A Sle1 fusion protein with an N-terminal His6-tag and a C-terminal AVI-tag was obtained upon expression from pNG4110A-sle1. Of note, this fusion protein fractionated with the expressing cells, which is in accordance with the presence of three cell wall-binding LysM domains in this protein (Fig. 2b). To assess whether the cell-associated AVI-tagged Sle1 can be directly labeled with biotin, the producing L. lactis cells were collected and incubated with biotin and the BirA ligase. Subsequently, the cells were washed and incubated with Cy3-streptavidin. The resulting Cy3-Sle1 was released from the L. lactis cells by incubation with 6 M urea. Lastly, upon centrifugation, the supernatant fraction containing Cy3-Sle1 was diluted 50-fold and added to S. aureus NCTC8325 cells. Fluorescence microscopy showed that Cy3-labeled Sle1 bound locally on the surface of S. aureus NCTC8325 cells with a preference for the septal region (Fig. 4a). Similar hotspots for binding were observed when using Sle1-specific antibodies in combination with a secondary Oregon Green-labeled antibody (Fig. 4b). In this case, a S. aureus Δspa Δsbi double-mutant strain was used for the immunodetection in order to avoid Fc-specific IgG-binding by the staphylococcal protein A (Spa) and the Sbi protein of S. aureus. Of note, a possible interference by protein A and Sbi is not an issue when using the Cy3-labeled AVI-tagged Sle1 fusion protein. To control for possible Cy3-labeling of biotinylated native L. lactis proteins, L. lactis cells expressing the AVI-tagged Sle1 fusion protein were incubated as described above but in the absence of the BirA ligase. Upon extraction of the AVI-tagged Sle1 from the L. lactis cells and subsequent incubation with S. aureus NCTC8325 cells, no labeling of the staphylococcal cells was observed (Fig. 4c). This shows that an AVI-tagged protein produced in L. lactis can be effectively labeled with biotin and Cy3-streptavidin for further applications.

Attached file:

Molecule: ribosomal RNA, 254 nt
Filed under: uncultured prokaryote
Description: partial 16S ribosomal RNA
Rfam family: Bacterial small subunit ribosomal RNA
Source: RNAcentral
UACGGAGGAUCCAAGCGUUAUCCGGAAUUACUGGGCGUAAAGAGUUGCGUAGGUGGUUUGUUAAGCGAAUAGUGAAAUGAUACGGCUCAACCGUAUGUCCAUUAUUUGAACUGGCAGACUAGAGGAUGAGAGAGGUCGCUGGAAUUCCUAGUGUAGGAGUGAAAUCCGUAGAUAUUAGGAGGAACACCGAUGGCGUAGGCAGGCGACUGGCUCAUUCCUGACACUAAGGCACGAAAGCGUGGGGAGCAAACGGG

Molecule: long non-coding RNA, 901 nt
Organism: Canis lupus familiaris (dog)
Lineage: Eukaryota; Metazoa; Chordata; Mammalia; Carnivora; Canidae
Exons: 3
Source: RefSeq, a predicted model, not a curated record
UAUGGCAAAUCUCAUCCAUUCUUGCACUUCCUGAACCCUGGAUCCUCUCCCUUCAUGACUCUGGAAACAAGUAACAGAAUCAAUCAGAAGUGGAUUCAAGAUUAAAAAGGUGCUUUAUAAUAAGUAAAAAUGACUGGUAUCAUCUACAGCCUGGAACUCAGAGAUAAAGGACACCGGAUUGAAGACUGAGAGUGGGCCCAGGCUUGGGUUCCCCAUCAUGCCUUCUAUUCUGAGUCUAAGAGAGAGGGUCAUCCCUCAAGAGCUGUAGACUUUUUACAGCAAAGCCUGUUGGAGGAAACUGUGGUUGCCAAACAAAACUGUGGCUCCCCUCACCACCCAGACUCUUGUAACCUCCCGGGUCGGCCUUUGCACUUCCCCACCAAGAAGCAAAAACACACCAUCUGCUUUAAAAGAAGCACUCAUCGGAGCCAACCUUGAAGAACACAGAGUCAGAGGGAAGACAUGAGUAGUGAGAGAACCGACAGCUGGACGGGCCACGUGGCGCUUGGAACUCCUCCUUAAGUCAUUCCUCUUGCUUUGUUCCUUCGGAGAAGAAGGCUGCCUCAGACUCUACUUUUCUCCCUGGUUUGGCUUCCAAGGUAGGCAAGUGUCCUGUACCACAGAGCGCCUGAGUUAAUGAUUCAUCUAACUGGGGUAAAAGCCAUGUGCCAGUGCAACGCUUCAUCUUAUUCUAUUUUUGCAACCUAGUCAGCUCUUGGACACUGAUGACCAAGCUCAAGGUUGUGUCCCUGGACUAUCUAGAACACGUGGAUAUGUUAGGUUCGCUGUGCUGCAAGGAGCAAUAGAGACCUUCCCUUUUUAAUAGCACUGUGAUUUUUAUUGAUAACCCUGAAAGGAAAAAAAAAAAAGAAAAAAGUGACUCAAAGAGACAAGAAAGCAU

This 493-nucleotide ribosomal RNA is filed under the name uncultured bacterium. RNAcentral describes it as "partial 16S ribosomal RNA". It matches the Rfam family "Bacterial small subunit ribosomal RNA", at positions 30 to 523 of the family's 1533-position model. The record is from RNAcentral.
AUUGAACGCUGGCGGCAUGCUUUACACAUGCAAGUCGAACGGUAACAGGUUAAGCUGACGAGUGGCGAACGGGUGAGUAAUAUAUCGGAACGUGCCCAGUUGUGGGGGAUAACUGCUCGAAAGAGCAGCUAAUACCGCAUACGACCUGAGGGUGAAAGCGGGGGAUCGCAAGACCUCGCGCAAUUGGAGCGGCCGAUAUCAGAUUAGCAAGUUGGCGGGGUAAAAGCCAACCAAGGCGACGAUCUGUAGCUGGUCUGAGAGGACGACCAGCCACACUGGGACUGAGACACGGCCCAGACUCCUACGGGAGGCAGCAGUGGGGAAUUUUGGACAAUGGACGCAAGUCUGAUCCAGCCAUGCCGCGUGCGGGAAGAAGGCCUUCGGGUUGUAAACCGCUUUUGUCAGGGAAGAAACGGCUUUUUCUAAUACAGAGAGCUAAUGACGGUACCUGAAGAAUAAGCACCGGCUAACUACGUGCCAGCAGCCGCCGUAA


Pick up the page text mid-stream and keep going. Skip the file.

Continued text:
Fig. 4
figure 4

Binding of AVI-tagged Cy3-labeled Sle1 to S. aureus NCTC8325 cells. a Fluorescence microscopy of S. aureus NCTC8325 cells upon incubation with AVI-tagged Cy3-labeled Sle1. b S. aureus spa sbi double-mutant cells incubated with Sle1-specific rabbit antibodies and secondary Oregon Green anti-rabbit antibodies. c Negative control of cells incubated with non-biotinylated and therefore not fluorescently labeled AVI-tagged Sle1


In this study, we describe a third-generation set of cloning vectors for the expression and secretion of differently tagged heterologous proteins from L. lactis. These vectors enable isolation of proteins under mild conditions using Strep-tag fusions or site-specific labeling with biotin using AVI-tag fusions. For both types of tags, N-terminal or C-terminal fusion proteins can be produced as was shown with the reporter proteins LytM and Sle1 from S. aureus. A secreted Strep-tag fusion of the staphylococcal protein LytM was successfully used for rapid immune screening using human sera. LytM was selected for this purpose because it was previously shown to be highly immunogenic (van der Kooi-Pol et al. 2013; van den Berg et al. 2015). An AVI-tagged variant of the staphylococcal Sle1 protein was site-specifically labeled and used for detection of localized binding on staphylococcal cells because it was previously shown to display a particular localization pattern on the S. aureus cell surface (Frankel and Schneewind 2012).